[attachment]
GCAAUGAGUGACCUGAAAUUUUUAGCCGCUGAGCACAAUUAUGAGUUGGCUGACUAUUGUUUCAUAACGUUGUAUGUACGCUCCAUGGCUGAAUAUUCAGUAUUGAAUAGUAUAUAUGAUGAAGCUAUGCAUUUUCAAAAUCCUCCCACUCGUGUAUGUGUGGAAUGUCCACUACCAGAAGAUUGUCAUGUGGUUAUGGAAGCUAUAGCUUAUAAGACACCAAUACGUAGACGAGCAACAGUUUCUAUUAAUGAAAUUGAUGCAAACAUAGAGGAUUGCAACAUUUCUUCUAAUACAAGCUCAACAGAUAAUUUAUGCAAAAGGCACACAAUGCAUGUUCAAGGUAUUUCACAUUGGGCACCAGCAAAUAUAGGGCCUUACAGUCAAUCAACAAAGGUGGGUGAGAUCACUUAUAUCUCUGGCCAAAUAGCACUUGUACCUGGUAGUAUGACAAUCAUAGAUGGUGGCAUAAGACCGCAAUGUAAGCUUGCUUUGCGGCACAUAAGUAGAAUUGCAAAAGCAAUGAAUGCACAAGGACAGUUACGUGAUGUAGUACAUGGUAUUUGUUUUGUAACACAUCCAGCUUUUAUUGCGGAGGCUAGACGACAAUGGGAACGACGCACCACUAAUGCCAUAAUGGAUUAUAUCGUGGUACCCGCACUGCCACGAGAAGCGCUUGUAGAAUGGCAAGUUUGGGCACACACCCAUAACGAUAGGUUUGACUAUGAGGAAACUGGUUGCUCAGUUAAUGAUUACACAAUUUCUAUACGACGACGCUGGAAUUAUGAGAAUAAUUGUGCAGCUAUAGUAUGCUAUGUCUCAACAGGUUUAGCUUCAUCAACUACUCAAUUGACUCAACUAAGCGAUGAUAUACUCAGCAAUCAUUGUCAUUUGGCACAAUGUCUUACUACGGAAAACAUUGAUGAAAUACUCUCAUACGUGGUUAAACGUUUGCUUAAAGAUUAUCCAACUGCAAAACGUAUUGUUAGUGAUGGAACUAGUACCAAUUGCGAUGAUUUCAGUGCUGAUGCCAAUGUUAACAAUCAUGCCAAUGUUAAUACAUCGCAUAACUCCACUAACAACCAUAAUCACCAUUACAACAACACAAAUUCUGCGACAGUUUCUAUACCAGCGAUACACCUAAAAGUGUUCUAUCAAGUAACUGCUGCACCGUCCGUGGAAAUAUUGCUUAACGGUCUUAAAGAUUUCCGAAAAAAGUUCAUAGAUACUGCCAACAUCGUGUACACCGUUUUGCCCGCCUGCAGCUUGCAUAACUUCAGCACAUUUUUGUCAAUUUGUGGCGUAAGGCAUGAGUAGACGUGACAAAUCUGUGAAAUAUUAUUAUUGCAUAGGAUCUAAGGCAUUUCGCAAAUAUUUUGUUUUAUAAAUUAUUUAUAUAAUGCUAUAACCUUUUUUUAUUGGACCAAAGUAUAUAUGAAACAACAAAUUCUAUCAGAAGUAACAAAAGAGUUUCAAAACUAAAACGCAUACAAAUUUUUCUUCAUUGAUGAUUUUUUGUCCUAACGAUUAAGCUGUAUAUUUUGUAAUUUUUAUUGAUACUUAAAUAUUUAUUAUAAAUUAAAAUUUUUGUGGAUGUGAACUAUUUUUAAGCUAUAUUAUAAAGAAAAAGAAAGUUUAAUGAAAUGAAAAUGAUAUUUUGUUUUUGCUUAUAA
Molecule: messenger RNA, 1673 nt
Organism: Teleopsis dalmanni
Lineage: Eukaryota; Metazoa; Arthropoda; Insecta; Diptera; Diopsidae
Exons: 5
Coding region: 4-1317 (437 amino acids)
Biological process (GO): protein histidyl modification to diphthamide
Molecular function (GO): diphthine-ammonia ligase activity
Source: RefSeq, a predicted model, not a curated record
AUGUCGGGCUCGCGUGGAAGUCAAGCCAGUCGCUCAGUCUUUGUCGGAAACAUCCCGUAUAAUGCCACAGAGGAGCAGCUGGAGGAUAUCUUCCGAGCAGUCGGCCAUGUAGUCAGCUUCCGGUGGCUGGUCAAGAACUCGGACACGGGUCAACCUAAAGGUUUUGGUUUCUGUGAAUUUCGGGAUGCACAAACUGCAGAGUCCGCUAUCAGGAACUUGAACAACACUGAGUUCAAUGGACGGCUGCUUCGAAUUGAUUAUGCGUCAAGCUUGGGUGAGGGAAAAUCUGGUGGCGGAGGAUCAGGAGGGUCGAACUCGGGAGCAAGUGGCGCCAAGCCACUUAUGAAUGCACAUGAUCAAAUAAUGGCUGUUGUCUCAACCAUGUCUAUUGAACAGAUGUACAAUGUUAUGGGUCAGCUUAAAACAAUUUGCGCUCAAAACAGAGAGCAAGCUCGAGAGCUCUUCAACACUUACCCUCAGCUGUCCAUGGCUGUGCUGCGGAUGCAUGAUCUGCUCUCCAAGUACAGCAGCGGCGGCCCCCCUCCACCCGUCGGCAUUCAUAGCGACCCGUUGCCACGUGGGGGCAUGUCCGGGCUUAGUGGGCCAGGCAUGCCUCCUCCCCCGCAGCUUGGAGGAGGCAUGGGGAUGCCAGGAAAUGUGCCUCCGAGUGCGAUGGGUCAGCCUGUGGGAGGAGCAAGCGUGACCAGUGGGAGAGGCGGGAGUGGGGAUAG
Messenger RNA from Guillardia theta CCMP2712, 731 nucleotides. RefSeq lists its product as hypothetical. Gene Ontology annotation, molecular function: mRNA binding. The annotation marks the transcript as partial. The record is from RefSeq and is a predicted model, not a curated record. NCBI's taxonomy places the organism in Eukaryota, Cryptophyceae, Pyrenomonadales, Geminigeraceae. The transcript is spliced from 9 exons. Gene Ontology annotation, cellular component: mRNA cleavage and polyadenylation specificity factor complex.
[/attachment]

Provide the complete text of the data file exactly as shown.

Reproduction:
GCAAUGAGUGACCUGAAAUUUUUAGCCGCUGAGCACAAUUAUGAGUUGGCUGACUAUUGUUUCAUAACGUUGUAUGUACGCUCCAUGGCUGAAUAUUCAGUAUUGAAUAGUAUAUAUGAUGAAGCUAUGCAUUUUCAAAAUCCUCCCACUCGUGUAUGUGUGGAAUGUCCACUACCAGAAGAUUGUCAUGUGGUUAUGGAAGCUAUAGCUUAUAAGACACCAAUACGUAGACGAGCAACAGUUUCUAUUAAUGAAAUUGAUGCAAACAUAGAGGAUUGCAACAUUUCUUCUAAUACAAGCUCAACAGAUAAUUUAUGCAAAAGGCACACAAUGCAUGUUCAAGGUAUUUCACAUUGGGCACCAGCAAAUAUAGGGCCUUACAGUCAAUCAACAAAGGUGGGUGAGAUCACUUAUAUCUCUGGCCAAAUAGCACUUGUACCUGGUAGUAUGACAAUCAUAGAUGGUGGCAUAAGACCGCAAUGUAAGCUUGCUUUGCGGCACAUAAGUAGAAUUGCAAAAGCAAUGAAUGCACAAGGACAGUUACGUGAUGUAGUACAUGGUAUUUGUUUUGUAACACAUCCAGCUUUUAUUGCGGAGGCUAGACGACAAUGGGAACGACGCACCACUAAUGCCAUAAUGGAUUAUAUCGUGGUACCCGCACUGCCACGAGAAGCGCUUGUAGAAUGGCAAGUUUGGGCACACACCCAUAACGAUAGGUUUGACUAUGAGGAAACUGGUUGCUCAGUUAAUGAUUACACAAUUUCUAUACGACGACGCUGGAAUUAUGAGAAUAAUUGUGCAGCUAUAGUAUGCUAUGUCUCAACAGGUUUAGCUUCAUCAACUACUCAAUUGACUCAACUAAGCGAUGAUAUACUCAGCAAUCAUUGUCAUUUGGCACAAUGUCUUACUACGGAAAACAUUGAUGAAAUACUCUCAUACGUGGUUAAACGUUUGCUUAAAGAUUAUCCAACUGCAAAACGUAUUGUUAGUGAUGGAACUAGUACCAAUUGCGAUGAUUUCAGUGCUGAUGCCAAUGUUAACAAUCAUGCCAAUGUUAAUACAUCGCAUAACUCCACUAACAACCAUAAUCACCAUUACAACAACACAAAUUCUGCGACAGUUUCUAUACCAGCGAUACACCUAAAAGUGUUCUAUCAAGUAACUGCUGCACCGUCCGUGGAAAUAUUGCUUAACGGUCUUAAAGAUUUCCGAAAAAAGUUCAUAGAUACUGCCAACAUCGUGUACACCGUUUUGCCCGCCUGCAGCUUGCAUAACUUCAGCACAUUUUUGUCAAUUUGUGGCGUAAGGCAUGAGUAGACGUGACAAAUCUGUGAAAUAUUAUUAUUGCAUAGGAUCUAAGGCAUUUCGCAAAUAUUUUGUUUUAUAAAUUAUUUAUAUAAUGCUAUAACCUUUUUUUAUUGGACCAAAGUAUAUAUGAAACAACAAAUUCUAUCAGAAGUAACAAAAGAGUUUCAAAACUAAAACGCAUACAAAUUUUUCUUCAUUGAUGAUUUUUUGUCCUAACGAUUAAGCUGUAUAUUUUGUAAUUUUUAUUGAUACUUAAAUAUUUAUUAUAAAUUAAAAUUUUUGUGGAUGUGAACUAUUUUUAAGCUAUAUUAUAAAGAAAAAGAAAGUUUAAUGAAAUGAAAAUGAUAUUUUGUUUUUGCUUAUAA
Molecule: messenger RNA, 1673 nt
Organism: Teleopsis dalmanni
Lineage: Eukaryota; Metazoa; Arthropoda; Insecta; Diptera; Diopsidae
Exons: 5
Coding region: 4-1317 (437 amino acids)
Biological process (GO): protein histidyl modification to diphthamide
Molecular function (GO): diphthine-ammonia ligase activity
Source: RefSeq, a predicted model, not a curated record
AUGUCGGGCUCGCGUGGAAGUCAAGCCAGUCGCUCAGUCUUUGUCGGAAACAUCCCGUAUAAUGCCACAGAGGAGCAGCUGGAGGAUAUCUUCCGAGCAGUCGGCCAUGUAGUCAGCUUCCGGUGGCUGGUCAAGAACUCGGACACGGGUCAACCUAAAGGUUUUGGUUUCUGUGAAUUUCGGGAUGCACAAACUGCAGAGUCCGCUAUCAGGAACUUGAACAACACUGAGUUCAAUGGACGGCUGCUUCGAAUUGAUUAUGCGUCAAGCUUGGGUGAGGGAAAAUCUGGUGGCGGAGGAUCAGGAGGGUCGAACUCGGGAGCAAGUGGCGCCAAGCCACUUAUGAAUGCACAUGAUCAAAUAAUGGCUGUUGUCUCAACCAUGUCUAUUGAACAGAUGUACAAUGUUAUGGGUCAGCUUAAAACAAUUUGCGCUCAAAACAGAGAGCAAGCUCGAGAGCUCUUCAACACUUACCCUCAGCUGUCCAUGGCUGUGCUGCGGAUGCAUGAUCUGCUCUCCAAGUACAGCAGCGGCGGCCCCCCUCCACCCGUCGGCAUUCAUAGCGACCCGUUGCCACGUGGGGGCAUGUCCGGGCUUAGUGGGCCAGGCAUGCCUCCUCCCCCGCAGCUUGGAGGAGGCAUGGGGAUGCCAGGAAAUGUGCCUCCGAGUGCGAUGGGUCAGCCUGUGGGAGGAGCAAGCGUGACCAGUGGGAGAGGCGGGAGUGGGGAUAG
Messenger RNA from Guillardia theta CCMP2712, 731 nucleotides. RefSeq lists its product as hypothetical. Gene Ontology annotation, molecular function: mRNA binding. The annotation marks the transcript as partial. The record is from RefSeq and is a predicted model, not a curated record. NCBI's taxonomy places the organism in Eukaryota, Cryptophyceae, Pyrenomonadales, Geminigeraceae. The transcript is spliced from 9 exons. Gene Ontology annotation, cellular component: mRNA cleavage and polyadenylation specificity factor complex.